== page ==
earnings. Other bargains in Latin America:
Telephonos de Mexico at 9 times earnings, and the
Brazilian bank, Unibanco, at 8 times earnings.

*** Gold is getting cheaper, too. It dropped a
dollar yesterday. Is it cheap enough? I don't know.
"Gold is classically a hedge against inflation - and
a protection against severe political upheaval,"
observes the Fleet Street Letter's Brian Durrant
from our team in London. "But, it is not
particularly well suited as a 'safe haven' in a
recession where low inflation or falling prices are
the norm." (see: Shine On You Barbarous Relic)

*** "...even as the 'new economy' falters," says an
article in IHT, "the NUDE economy keeps going
strong" (emphasis added)... "There are not many
industries that can call themselves recession-proof,
but pornography companies can make the argument more
credibly than most." According to the article, the
number of visitors to pornography sites grew more
than 27% from December 1999 to February 2001. In the
same period, general retail sites grew less than
half that rate. "And the adult-content companies
have profit margins that their owners cheerfully
acknowledge are obscene."

*** Feeling guilty about turning up the thermostat?
Thinking about moving to higher ground? Relax. Los
Angeles Times reporter Robert Lee Holz: "Global
warming is far from an established phenomenon.
Ground-based and atmospheric measurements have
yielded conflicting results. While Earth's northern
hemisphere has warmed about 2 degrees Fahrenheit
since the Industrial Revolution began, there is
equally compelling satellite data suggesting that
the rest of the world is actually cooling."

"The case is non-proven, as even a moderately close
reading of the IPCC's 'Summary for Policy Makers'
makes clear," adds journalist Alexander Cockburn.

*** I've come back to Paris. There are too many
distractions out in the country. Mr. Deshais wanders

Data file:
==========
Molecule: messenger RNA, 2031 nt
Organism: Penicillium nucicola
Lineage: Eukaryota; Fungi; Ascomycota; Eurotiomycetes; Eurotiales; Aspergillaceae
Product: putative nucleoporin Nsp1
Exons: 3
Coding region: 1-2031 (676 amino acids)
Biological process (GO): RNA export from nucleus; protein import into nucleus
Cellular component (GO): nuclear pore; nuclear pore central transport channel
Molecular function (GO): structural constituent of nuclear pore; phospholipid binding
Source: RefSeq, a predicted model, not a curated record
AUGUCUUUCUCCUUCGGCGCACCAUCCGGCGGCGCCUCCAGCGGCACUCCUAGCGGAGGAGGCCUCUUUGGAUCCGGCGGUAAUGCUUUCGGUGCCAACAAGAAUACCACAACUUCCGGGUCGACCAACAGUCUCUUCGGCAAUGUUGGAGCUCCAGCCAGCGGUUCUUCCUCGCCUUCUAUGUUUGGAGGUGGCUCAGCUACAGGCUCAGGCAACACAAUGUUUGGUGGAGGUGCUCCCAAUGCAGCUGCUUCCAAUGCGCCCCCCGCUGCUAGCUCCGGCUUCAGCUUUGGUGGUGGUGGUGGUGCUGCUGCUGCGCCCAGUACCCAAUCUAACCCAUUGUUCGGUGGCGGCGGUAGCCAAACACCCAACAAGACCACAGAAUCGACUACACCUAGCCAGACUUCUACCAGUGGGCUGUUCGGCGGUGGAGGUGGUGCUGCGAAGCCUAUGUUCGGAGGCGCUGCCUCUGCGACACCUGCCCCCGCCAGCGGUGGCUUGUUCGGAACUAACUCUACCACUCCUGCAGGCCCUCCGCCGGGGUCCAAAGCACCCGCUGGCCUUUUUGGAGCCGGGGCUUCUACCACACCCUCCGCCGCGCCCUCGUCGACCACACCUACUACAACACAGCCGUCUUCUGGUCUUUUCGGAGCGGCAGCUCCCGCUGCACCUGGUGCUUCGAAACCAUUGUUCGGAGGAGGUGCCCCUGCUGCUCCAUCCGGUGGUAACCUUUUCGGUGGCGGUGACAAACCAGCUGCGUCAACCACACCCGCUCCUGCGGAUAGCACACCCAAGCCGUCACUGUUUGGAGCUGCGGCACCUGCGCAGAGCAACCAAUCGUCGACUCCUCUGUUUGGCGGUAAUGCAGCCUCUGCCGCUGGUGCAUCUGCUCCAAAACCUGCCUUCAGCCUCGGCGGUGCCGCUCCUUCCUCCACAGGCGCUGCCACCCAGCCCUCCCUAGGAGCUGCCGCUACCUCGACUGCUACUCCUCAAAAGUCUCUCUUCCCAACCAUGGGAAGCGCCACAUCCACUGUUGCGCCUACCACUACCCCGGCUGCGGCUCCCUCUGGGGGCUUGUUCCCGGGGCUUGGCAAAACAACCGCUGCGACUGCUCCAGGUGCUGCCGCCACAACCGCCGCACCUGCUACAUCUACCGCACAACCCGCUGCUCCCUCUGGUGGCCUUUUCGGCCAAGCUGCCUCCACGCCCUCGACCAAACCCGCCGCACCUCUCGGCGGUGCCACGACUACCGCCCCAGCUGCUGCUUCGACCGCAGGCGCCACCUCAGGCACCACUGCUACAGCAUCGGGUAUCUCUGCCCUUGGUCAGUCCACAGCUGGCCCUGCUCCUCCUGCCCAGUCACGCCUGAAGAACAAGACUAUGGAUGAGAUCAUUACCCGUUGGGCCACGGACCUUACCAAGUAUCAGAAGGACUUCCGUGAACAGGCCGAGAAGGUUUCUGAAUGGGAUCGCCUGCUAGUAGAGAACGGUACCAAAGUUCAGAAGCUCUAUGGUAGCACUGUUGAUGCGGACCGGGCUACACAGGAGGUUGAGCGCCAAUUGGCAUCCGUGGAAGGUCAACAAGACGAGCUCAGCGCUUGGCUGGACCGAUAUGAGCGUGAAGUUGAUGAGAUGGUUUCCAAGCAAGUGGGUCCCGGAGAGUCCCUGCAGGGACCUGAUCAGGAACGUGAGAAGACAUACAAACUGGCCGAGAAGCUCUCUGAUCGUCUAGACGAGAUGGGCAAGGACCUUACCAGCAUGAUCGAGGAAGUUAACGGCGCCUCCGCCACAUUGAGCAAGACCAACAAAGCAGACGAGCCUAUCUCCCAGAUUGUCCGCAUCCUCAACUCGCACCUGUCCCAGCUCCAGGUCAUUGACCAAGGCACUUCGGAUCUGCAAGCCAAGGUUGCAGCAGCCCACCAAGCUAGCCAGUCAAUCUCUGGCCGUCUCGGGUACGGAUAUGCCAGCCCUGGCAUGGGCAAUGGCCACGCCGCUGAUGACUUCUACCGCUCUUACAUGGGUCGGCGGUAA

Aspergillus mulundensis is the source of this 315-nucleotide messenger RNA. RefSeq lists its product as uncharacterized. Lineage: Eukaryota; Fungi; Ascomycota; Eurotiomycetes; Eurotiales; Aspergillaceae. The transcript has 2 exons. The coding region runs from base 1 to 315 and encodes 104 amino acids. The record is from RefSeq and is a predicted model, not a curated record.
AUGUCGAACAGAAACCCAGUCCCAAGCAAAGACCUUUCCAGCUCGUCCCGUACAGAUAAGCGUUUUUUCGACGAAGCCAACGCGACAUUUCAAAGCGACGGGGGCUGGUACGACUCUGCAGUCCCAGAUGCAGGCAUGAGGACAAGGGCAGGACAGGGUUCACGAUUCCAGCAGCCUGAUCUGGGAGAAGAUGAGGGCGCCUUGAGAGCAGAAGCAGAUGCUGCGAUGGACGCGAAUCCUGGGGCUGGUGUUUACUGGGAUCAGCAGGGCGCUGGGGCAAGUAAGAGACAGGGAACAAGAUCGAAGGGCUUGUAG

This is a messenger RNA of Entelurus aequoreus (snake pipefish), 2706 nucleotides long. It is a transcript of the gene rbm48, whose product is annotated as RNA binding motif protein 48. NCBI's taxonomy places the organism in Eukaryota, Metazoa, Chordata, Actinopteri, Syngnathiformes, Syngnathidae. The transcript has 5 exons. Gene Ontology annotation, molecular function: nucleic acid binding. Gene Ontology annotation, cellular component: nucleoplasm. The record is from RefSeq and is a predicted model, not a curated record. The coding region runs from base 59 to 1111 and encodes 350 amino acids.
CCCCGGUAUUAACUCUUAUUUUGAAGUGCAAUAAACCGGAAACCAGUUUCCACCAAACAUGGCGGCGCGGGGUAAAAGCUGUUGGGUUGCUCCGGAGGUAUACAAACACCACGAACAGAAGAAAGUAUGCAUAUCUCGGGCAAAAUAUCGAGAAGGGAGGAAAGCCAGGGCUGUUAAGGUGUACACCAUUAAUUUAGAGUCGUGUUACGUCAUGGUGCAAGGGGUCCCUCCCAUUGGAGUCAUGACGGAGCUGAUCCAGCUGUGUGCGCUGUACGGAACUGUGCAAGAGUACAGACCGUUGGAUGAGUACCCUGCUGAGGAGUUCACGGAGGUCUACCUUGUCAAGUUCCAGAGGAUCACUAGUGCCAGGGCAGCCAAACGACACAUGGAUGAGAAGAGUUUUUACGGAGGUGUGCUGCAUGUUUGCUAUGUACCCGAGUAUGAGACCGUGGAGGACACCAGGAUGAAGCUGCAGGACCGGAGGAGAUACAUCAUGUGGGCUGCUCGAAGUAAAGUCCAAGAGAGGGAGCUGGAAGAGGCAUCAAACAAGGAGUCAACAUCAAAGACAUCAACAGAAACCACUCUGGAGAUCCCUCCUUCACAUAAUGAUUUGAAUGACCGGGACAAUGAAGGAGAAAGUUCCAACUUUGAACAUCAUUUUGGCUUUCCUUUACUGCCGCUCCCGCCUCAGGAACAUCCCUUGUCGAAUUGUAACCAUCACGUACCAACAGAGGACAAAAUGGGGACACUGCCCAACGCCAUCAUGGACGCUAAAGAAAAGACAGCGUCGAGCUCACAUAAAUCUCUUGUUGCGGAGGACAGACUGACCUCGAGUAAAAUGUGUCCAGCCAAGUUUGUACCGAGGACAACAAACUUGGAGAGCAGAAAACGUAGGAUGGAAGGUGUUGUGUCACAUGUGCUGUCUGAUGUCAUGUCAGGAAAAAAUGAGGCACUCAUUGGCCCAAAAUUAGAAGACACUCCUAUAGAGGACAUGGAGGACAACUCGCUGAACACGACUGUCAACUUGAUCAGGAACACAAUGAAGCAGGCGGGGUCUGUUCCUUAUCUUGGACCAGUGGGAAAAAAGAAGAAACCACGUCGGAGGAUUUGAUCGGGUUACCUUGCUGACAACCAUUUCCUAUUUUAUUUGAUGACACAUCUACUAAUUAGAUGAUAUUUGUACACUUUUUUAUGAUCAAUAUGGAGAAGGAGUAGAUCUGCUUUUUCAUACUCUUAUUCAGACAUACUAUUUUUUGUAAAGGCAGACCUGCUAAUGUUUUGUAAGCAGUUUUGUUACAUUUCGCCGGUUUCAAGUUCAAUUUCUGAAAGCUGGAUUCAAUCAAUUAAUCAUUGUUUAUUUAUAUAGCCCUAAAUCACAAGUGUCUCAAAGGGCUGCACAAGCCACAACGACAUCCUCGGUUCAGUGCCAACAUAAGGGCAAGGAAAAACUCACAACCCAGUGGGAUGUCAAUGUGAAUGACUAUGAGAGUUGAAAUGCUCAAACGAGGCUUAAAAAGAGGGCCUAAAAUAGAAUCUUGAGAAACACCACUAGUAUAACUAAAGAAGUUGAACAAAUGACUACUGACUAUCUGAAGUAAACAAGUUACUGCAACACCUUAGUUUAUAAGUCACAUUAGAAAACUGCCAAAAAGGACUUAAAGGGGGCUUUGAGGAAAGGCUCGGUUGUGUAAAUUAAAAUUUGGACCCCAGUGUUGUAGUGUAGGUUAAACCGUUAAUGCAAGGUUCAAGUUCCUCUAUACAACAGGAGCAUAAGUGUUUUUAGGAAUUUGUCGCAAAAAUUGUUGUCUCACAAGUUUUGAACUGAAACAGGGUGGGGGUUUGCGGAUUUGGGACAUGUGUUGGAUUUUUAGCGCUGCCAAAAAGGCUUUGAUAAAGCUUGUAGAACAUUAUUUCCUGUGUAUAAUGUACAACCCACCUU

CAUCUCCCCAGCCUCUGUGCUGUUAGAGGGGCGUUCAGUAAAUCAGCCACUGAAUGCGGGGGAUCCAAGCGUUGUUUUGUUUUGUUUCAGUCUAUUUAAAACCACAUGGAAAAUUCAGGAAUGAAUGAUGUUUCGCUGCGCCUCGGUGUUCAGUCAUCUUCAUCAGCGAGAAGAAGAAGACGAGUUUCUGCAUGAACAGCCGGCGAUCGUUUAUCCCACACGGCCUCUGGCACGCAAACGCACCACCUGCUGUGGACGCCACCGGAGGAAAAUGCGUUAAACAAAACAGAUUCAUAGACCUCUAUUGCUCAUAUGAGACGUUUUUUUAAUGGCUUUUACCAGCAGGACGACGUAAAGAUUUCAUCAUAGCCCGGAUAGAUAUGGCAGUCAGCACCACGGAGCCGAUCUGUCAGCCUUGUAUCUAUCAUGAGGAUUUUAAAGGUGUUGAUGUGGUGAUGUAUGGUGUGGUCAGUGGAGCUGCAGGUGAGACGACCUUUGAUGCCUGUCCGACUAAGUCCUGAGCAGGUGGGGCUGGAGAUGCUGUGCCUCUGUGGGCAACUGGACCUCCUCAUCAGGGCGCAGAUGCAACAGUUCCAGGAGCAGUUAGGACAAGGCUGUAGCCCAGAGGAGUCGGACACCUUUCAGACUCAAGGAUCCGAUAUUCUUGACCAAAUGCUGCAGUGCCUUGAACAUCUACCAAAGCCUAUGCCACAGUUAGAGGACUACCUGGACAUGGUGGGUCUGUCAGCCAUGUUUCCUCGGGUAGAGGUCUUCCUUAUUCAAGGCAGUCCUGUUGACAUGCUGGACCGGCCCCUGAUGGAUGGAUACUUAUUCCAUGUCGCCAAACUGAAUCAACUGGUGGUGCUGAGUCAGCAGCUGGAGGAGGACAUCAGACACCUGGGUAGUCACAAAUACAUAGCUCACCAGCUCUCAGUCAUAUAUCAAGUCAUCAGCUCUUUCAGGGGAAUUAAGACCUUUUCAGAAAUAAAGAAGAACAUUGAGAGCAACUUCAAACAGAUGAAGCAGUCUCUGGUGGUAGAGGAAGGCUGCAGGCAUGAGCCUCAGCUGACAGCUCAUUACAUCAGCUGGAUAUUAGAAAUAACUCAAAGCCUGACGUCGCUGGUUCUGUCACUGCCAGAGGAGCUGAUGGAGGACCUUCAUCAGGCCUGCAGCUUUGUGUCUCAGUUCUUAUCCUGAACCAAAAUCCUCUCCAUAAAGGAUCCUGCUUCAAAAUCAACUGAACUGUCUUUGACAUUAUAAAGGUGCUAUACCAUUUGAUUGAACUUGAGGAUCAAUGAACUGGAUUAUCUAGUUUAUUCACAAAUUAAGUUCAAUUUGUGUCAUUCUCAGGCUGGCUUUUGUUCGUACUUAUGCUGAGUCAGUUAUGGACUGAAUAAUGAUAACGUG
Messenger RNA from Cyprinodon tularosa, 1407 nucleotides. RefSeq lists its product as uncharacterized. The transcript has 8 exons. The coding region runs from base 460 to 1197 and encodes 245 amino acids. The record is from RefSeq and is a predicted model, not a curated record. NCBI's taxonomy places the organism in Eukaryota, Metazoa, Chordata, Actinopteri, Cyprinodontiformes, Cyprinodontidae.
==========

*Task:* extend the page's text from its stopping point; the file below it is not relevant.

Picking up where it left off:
around talking to himself. And Pierre was working
down in the shop - making an iron gate. I went in
and found him cranking on a noisy handle in front of
an antique forge. Sweat dripping from his arms, he
was pumping air into the coals - while holding a
metal bar in the fire. When the metal turned white
hot, he took it over the anvil and pounded it into a
circular shape. It was a lot more fun watching
Pierre than working on my laptop computer.

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One of the hazards of having the world's most
celebrated economy is that you will puff out your
chest and pontificate. Economists, politicians and
journalists - that is, people who had no hand in
creating the wealth and no clue as to how the
economy really works - find the bait irresistible.

Thus it is that Reuven Brenner, who "holds the Repap
Chair of Business" at McGill University, put down his
chair long enough to offer advice in the current
issue of Forbes Global magazine.

What causes one country to prosper and another to
flop around like a dying fish? "Contrary to popular
belief," Brenner advises, "democracy - that is
giving the people the right to vote - does not by
itself bring about prosperity. Mexicans have had the
right to vote for seven decades, yet Mexico remains
a poor country. Meanwhile, people in Hong Kong had
no right to vote, yet that city has prospered."

Nor is access to natural wealth the key to
developing the unnatural kind. "In spite of their
abundant natural riches," he notices, "these
countries [Mexico, Argentina, Venezuela, Brazil,
Zaire, Romania...even Canada 'in a sense'] either
stayed poor or fell behind. At the same time, such
crowded resource poor and disaster-rich places as
Hong Kong, Singapore, South Korea, Taiwan, Japan,
Israel and even Ireland have thrived..."

What burden is it that both Canada and Zaire carry -
a burden so heavy that it prevents them from making
economic progress? I am about to tell you, dear
reader. But I do so only for the purpose of

"Put simply," says chairholder Brenner, promisingly,
"prosperity is the consequence of one thing only:
matching talent with capital and holding both sides

Forget savings, forget hard work, entrepreneurial
spirit, attitudes, customs, money supply, tax rates
- just make sure that the risk-taker and the money-
lender connect with one another, and you're on your
way to wealth.

How come entrepreneurs and capital providers don't
get together in poor countries? Well, says Professor
Brenner, it's because the powers-that-be don't want
them to do so.

"Making capital markets open to all diffuses power
and threatens the privileges of ruling

So now you know why sub-Saharan Africa lagged behind
Europe in the Industrial Revolution. The Zulus and
Hottentots refused to open their capital markets!
And so did the Mayans, Iroquois, Canooks and Incans.
The silly things. If only they had been able to stop
sacrificing maidens long enough to allow people to
securitize assets and derivativize investments.

And now we see their descendants making the same
mistake - despite the fact that they have Professor
Brenner telling them what to do.

So, let me get this straight, Professor. The
Powhatan tribesmen, doing their toilette on the
banks of the Potomac...and the Dayaks on the shores